Oh yeah. And then, because I’m not having issues enough, there’s the problem that if I name a character in the Elizabethan period Gabriel, most of you will roll your eyes at the slightly flashy name, and a few will run screaming and waving your copies of the Lymond Chronicles. My own work isn’t the only association I have to watch out for.

I should name the guy John and be done with it, but it just doesn’t work. And I’m not yet to the point where my subconscious is ready to reuse things. For secondary characters, sure. But not the main ones.

Which is how I end up with ideas like Peregrine Thorne. But that isn’t his name — though whoever’s name it is, he looks interesting — so I keep working.

naming woes

Few writing blocks frustrate me more than a character I can’t name. I can’t do jack if I don’t know a character’s name. Without that, how do I know who he is? How can I guess what she’ll do? The name is everything, and sometimes it takes forever to find; I think Saoran eluded me for three years.

Right now, I’m trying to figure out if this guy’s name really is going to be Sir Peregrine Thorne. If so, I’m going to have to work a damn good reason into his backstory; you can’t go parading around with a name like that and pretend it happened by accident.

Even if that is his name, it still only gives me half of what I need. I’m trying to explain to the female character that “Malkin,” while a genuine British diminutive (of Maud, actually), also has a variety of slang meanings ranging from “slattern” to “female genitalia.” Neither of which are meanings she wants to be carrying around with her.

I don’t want to admit how much of tonight I’ve spent on this task. But since I can’t go anywhere until I get over this hurdle, I’ll keep plugging away at it.

Edited to add: Christ. This is apparently trying to be a story full of People With Inexcusable Names, since now the female character is pondering options like Amaranth, Celandine, and Chrysanthe.

Edit #2: No, dear, you can’t be Britomart. I dislike authors who use names from other things but don’t know what they’re referencing, and I refuse to read The Faerie Queene for you.

Edit #3: Maybe Sylfaen? Or Ailis? She’s allowed to have a weird name; she isn’t human. Unlike Mr. Sir Peregrine Thorne up there, who is supposed to be quite human. I don’t know. At this point, I think I’ve been beating my head against it too long. Time to go to sleep, and see if any of my possibilities still look good in the morning.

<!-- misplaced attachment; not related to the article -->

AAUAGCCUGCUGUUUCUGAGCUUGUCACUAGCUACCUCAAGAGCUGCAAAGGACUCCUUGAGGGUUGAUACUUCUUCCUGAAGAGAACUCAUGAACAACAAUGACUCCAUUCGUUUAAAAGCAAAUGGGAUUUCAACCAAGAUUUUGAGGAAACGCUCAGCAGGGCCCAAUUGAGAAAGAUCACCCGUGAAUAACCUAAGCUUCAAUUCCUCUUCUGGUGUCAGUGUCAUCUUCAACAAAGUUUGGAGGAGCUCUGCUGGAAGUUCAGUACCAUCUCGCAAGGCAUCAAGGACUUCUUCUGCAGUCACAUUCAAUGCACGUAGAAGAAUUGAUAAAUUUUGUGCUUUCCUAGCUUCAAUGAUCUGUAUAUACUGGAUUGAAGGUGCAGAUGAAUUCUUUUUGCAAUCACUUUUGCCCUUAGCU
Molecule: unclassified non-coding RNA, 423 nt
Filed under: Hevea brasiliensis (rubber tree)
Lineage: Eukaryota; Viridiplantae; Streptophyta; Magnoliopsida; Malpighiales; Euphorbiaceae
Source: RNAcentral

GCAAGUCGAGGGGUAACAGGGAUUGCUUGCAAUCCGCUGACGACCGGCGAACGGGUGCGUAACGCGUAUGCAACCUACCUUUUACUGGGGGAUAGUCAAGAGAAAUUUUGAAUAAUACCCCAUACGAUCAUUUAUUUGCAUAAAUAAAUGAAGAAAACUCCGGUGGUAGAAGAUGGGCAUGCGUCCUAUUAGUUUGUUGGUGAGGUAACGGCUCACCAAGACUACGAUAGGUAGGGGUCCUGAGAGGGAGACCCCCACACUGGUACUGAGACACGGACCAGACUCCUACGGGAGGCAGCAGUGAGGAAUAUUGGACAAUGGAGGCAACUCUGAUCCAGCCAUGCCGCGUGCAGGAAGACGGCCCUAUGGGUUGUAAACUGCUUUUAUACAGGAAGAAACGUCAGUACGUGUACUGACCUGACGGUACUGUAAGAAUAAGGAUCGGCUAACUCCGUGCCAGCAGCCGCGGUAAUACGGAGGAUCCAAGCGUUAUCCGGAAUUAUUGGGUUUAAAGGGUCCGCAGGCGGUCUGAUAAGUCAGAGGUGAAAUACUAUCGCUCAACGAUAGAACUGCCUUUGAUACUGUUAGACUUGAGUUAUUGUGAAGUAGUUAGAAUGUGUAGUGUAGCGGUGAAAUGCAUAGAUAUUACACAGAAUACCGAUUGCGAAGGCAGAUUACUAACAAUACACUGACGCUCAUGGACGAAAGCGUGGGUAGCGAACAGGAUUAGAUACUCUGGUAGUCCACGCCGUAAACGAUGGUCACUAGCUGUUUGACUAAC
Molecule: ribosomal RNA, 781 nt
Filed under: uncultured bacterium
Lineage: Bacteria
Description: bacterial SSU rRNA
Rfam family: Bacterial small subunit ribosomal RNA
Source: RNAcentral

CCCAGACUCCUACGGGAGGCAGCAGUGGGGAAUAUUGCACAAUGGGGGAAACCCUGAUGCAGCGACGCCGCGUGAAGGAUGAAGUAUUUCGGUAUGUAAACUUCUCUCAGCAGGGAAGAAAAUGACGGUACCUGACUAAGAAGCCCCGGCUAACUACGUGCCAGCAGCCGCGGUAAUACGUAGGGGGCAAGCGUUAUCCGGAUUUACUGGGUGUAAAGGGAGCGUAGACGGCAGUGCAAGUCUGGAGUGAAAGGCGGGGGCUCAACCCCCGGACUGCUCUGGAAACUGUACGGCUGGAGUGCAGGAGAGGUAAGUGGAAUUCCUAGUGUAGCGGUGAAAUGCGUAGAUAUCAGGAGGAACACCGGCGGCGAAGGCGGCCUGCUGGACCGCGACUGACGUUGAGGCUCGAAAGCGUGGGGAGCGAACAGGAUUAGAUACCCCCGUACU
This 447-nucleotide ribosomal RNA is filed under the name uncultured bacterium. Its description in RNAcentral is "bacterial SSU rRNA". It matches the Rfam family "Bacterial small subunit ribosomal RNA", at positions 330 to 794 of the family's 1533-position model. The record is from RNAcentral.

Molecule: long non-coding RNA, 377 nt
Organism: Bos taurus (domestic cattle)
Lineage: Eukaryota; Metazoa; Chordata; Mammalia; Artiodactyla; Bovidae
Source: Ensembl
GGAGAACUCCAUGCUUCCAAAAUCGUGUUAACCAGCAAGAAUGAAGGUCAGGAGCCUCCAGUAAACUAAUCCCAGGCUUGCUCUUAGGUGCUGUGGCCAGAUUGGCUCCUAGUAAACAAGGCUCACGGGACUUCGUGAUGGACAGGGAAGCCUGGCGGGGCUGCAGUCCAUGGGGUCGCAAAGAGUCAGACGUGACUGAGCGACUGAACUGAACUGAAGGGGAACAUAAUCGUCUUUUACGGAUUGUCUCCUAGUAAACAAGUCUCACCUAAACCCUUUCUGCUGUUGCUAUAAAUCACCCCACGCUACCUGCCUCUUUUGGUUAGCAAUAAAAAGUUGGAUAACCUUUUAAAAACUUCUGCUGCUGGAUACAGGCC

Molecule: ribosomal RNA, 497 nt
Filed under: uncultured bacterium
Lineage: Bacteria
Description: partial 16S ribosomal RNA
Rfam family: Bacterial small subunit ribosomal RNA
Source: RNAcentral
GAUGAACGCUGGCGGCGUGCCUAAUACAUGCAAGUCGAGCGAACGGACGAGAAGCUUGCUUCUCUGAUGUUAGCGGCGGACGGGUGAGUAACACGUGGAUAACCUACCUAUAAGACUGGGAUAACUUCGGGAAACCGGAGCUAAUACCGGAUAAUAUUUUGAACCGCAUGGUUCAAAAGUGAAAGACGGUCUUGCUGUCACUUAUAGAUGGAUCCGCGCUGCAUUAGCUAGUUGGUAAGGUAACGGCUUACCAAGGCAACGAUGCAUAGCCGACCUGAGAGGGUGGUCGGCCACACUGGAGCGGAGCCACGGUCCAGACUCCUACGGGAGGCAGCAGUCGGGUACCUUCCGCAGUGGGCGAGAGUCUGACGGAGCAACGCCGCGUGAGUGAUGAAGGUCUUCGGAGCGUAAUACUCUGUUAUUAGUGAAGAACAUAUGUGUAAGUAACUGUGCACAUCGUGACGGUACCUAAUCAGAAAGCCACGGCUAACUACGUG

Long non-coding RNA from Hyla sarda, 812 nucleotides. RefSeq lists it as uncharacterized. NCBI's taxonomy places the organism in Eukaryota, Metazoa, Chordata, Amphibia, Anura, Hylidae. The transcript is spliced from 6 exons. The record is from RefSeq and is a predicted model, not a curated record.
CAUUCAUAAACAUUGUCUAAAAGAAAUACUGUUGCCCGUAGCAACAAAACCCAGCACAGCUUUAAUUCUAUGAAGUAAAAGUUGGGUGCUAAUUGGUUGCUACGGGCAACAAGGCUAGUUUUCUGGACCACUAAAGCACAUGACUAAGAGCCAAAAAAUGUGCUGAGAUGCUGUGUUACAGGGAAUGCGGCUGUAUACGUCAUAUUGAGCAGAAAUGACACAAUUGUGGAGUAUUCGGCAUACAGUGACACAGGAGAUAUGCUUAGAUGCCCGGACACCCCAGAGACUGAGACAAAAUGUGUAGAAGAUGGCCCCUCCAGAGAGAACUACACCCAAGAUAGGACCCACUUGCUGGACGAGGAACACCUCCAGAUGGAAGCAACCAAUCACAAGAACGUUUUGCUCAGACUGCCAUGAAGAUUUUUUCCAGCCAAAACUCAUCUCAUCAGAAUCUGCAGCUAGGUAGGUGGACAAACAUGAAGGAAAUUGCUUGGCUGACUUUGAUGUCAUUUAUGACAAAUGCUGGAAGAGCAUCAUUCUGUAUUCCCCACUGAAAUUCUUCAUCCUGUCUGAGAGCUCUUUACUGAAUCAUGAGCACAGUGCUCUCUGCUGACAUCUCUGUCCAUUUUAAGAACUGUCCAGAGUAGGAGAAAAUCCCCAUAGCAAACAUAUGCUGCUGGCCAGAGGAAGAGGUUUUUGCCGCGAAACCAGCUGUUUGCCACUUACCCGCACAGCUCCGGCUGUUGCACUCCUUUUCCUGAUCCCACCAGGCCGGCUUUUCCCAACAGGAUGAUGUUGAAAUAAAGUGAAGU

How do I hate thee? Let me count the ways.

I’ve always known that I don’t like grading. But this is the first time I’ve been able to put it in such appalling terms:

I procrastinated from grading tonight by doing my federal and state taxes.

Doing my taxes was preferable to grading.

Ye gods.

it’s back!

“Once a Goddess”

Zokutou word meterZokutou word meterZokutou word meter
1,266 / 4,000

I celebrate the return of the Zokutou meter (which was down for a while) by showing the progress I made after last night’s post.

The 4000 total is just an estimate. I have the beginning of the story, now. I’m formulating the middle, and I’ve got a vague niggling that might turn out to be the end. This is farther than I’ve ever gotten with this story (remember, this is attempt #5), and I’m pretty sure it’s got the legs to make it to the end.


Man, I miss the Zokutou word meter. I’ve embarked on my fifth attempt to write “Once a Goddess” and I’m 472 words in, but I don’t have a visual way to show it.

(Yes, I know there are other word meters. I don’t like them as much.)

Hey, if I do well enough with this story, do you think they’ll put me on the Nebula ballot like ksumnersmith?

Dude, how cool is it that a writer I know personally — not “hey, I’ve had conversations with her” but “hey, she’s about my age and we’ve been in an anthology together and shared a room at a con” — is on the freaking Nebula ballot? And not just on it; her story got the slot reserved for the Nebula jury’s hand-picked choice.

Go, Karina!!! When you’re a Big Name Author, I’ll be able to tell other people I once shared a migratory sun patch with you. ๐Ÿ™‚

explanations, seen and unseen

A few days ago, I had an brief exchange with Frank Wu on the topic of explanations and how they differ between genres. The comment that started it was anent my own story in Talebones, but the part I found myself in disagreement with was a broader issue than the instance in question:

We had some interesting discussions at Radcon about science fiction and fantasy; one idea that fell out was that in science fiction, things are explained (perhaps poorly, but at least there is an attempt), and in fantasy, we just accept the hand-waving (oh, it’s magic).

I’d like to expand on the thoughts I started in the comments over there.